Buyer Pre-Qualification form – is submitted with a purchase offer that involves financing, but the quality of the “pre-qualification” can vary tremendously. The form can indicate, for example, that very little has actually been done to determine the financial capacity of the buyer. If so, the buyer needs to be told to go get a Pre-Qualification that means something. Further, a good listing agent should call and interview the lender issuing the Pre-Qualification to get some feel for the quality of this document and the true financial capacity of the buyer.

Purchase Contract  – the core of the offer and the eventual agreement. For an overall grasp of the nature of this document, consider that:

  • it has evolved over decades.
  • changes from one version to the next have varied from the relatively minor to a 50% increase in the number of total pages
  • it is an AAR document … Realtors® are commonly on both sides of the transaction, so it is intended to be generally “fair” to both sides
  •  … but can be filled-in, or modified by addendums, to be very one-sided
  • it is involved in a VERY LARGE number of transactions on an ongoing, everyday basis  so it “works” … in terms of coverage of the issues and being consistently “understood” by people in the industry.

In evaluating purchase offers, sellers should consider the sincerity and nature of the buyer first and foremost … not price. Considering all factors and issues … how likely is the buyer to close the deal? This is especially true in a short sale situation. If the conclusion is that the buyer is likely to not be able or willing to ultimately close, in most cases it’s probably advisable to reject the offer … irrespective of the price.

Short Sale Addendum to the Purchase Contract – lines 9 to 12 reflect the essence of the situation. There really is no “contract” until the seller and seller’s lender reach agreement on the terms and conditions of settlement, which VERY often involves renegotiation between the seller and buyer over the sale price and/or other contract terms and conditions. This usually takes at least a few months from submission of the short-sale package by the list agent to the lender, and can take many months. In considering an offer, sellers are advised to evaluate the buyer first and foremost on the basis of patience … is the buyer willing and able to wait, possibly many months, until the lender gets around to evaluating the short sale offer. The second buyer evaluation factor concerns flexibility regarding price … what if the lender counters to a significantly higher price … commonly done in a rising market. A “low-ball” contract price with an “investor” buyer is likely not going to close. Look for another buyer.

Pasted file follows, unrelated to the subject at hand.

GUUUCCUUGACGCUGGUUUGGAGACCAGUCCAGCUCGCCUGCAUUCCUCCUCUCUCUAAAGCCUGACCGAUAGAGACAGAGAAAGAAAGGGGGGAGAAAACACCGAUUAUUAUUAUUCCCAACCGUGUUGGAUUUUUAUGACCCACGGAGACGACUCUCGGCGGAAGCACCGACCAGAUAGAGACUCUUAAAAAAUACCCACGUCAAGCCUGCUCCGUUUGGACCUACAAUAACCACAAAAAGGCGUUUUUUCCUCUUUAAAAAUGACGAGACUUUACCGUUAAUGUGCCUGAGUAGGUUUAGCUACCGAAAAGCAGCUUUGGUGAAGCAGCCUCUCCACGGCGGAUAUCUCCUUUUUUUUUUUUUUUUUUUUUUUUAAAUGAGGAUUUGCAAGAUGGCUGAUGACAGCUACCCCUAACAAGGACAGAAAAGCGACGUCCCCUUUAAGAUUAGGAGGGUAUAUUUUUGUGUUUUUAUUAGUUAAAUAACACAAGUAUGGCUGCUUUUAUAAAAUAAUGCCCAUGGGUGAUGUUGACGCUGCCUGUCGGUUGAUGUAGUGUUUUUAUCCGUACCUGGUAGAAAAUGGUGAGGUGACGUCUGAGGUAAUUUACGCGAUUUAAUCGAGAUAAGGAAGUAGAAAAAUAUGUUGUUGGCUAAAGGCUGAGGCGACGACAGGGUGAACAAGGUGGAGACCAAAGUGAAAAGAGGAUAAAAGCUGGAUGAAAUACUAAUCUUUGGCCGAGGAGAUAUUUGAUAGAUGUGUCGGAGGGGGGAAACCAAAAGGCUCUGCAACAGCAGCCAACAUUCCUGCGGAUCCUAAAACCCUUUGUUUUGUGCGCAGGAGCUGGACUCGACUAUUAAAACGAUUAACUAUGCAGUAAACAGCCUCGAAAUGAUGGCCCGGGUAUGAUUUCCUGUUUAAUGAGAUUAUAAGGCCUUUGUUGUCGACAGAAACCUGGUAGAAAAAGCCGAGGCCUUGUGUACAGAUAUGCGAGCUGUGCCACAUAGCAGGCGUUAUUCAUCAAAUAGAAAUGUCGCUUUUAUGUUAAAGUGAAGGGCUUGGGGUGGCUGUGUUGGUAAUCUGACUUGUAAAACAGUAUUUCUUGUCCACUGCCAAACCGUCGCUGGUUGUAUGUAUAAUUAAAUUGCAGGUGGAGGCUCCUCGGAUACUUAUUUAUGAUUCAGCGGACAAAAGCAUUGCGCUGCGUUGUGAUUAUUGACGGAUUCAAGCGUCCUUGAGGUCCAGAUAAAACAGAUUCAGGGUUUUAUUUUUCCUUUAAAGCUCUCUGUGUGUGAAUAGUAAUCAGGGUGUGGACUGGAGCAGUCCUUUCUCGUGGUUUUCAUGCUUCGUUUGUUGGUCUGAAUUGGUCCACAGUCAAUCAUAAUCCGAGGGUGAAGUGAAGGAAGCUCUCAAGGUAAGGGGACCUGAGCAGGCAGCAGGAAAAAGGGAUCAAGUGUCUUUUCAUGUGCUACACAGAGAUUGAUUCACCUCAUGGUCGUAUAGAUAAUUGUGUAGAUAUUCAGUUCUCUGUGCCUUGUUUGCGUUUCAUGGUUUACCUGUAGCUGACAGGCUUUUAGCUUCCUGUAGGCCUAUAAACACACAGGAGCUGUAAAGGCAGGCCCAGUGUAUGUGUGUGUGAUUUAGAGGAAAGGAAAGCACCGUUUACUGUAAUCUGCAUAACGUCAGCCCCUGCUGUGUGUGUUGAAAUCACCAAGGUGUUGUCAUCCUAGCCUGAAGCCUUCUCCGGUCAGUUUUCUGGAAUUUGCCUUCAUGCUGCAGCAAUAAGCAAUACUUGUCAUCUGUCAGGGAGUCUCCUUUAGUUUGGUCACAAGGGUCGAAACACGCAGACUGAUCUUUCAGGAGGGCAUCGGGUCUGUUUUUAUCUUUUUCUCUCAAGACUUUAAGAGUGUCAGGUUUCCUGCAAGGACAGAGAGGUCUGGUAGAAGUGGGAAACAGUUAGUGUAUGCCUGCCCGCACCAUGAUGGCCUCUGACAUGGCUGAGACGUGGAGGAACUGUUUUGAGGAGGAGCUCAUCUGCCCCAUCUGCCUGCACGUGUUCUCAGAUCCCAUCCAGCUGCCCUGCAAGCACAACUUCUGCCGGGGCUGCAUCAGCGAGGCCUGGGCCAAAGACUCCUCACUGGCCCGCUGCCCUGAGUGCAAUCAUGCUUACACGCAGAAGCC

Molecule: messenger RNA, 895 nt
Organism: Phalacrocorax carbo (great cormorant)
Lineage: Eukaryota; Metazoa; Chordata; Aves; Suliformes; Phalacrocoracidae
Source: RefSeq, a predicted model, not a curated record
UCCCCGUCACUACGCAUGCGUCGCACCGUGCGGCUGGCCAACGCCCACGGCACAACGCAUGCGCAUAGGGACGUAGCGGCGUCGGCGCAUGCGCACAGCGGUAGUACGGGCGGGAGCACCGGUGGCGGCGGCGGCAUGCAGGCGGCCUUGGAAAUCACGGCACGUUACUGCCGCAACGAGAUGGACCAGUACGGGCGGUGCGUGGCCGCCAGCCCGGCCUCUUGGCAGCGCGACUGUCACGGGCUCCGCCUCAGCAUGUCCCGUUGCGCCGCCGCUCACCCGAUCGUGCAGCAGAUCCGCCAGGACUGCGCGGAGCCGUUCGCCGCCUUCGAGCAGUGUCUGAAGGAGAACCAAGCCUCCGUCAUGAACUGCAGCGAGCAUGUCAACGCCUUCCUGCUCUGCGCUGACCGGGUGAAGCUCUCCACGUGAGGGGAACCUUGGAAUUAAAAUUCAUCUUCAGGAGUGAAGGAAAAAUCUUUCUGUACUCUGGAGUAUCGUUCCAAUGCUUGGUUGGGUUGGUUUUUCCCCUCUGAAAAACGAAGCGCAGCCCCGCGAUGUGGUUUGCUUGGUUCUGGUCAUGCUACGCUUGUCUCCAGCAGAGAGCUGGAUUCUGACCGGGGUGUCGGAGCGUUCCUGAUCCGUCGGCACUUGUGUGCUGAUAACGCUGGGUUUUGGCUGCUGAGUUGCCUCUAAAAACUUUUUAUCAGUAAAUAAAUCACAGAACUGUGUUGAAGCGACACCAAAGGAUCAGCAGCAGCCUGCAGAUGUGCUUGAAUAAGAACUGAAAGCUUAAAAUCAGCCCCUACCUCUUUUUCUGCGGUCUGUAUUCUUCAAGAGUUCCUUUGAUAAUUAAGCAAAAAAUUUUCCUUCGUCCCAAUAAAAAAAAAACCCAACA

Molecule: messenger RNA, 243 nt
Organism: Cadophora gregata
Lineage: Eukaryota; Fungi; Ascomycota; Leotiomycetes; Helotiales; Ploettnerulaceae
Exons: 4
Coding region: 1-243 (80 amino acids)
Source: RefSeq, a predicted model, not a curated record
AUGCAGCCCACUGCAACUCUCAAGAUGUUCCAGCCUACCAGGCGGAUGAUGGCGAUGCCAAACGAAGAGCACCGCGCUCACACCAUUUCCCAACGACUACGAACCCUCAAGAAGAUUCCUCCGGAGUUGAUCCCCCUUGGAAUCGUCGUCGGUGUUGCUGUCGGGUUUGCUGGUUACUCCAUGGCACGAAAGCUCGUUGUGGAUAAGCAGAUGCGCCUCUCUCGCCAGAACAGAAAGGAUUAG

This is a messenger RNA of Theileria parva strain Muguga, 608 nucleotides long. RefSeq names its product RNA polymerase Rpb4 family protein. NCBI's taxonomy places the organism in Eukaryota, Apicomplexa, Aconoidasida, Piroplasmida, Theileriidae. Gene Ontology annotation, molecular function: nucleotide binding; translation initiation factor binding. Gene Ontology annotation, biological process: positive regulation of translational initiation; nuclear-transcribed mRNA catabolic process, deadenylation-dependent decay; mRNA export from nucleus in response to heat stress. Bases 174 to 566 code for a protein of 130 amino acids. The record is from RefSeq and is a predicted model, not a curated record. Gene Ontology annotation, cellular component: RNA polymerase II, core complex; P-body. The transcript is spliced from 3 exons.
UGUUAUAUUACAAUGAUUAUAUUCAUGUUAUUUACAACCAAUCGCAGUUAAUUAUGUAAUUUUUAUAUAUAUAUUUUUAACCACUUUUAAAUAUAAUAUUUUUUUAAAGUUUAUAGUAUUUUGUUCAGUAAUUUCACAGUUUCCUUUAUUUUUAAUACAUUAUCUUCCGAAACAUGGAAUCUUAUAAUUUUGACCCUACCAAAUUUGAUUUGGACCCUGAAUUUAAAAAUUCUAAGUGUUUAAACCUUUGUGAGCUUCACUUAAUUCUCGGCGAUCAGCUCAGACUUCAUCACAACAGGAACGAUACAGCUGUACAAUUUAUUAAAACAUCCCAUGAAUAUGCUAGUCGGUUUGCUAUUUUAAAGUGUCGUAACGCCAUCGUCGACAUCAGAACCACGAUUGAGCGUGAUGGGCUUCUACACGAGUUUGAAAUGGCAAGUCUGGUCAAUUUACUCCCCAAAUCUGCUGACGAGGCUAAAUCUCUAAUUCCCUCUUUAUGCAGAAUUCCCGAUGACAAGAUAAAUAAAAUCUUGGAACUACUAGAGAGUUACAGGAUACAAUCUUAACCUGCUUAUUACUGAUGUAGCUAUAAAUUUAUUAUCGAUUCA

SPDS – referred to as the “spuds”, has long-term risk for the seller … yet it is usually filled out very rapidly and with not a great deal of thought … NOT a good idea. Even years after the transaction closes, if this document is found to be not true and in a material way, the seller is likely liable for any costs associated with the issue. As indicated on the cover page … DISCLOSE – DISCLOSE – DISCLOSE … you will likely be “off the hook” for anything mentioned here … and forever “on the hook” for any material issue not mentioned here.

BINSR  – This document is so important and so complicated that it has its own discussion page. The seller needs to be aware that the transaction is somewhat questionable until the inspection process is completed. The nature of BINSR that the seller gets from the buyer is largely “the ballgame”. If the items listed in the BINSR for repair or replacement are few and not significant, the “game” outcome is largely determined. If the items are many and/or significant and costly, the seller has some decisions to make.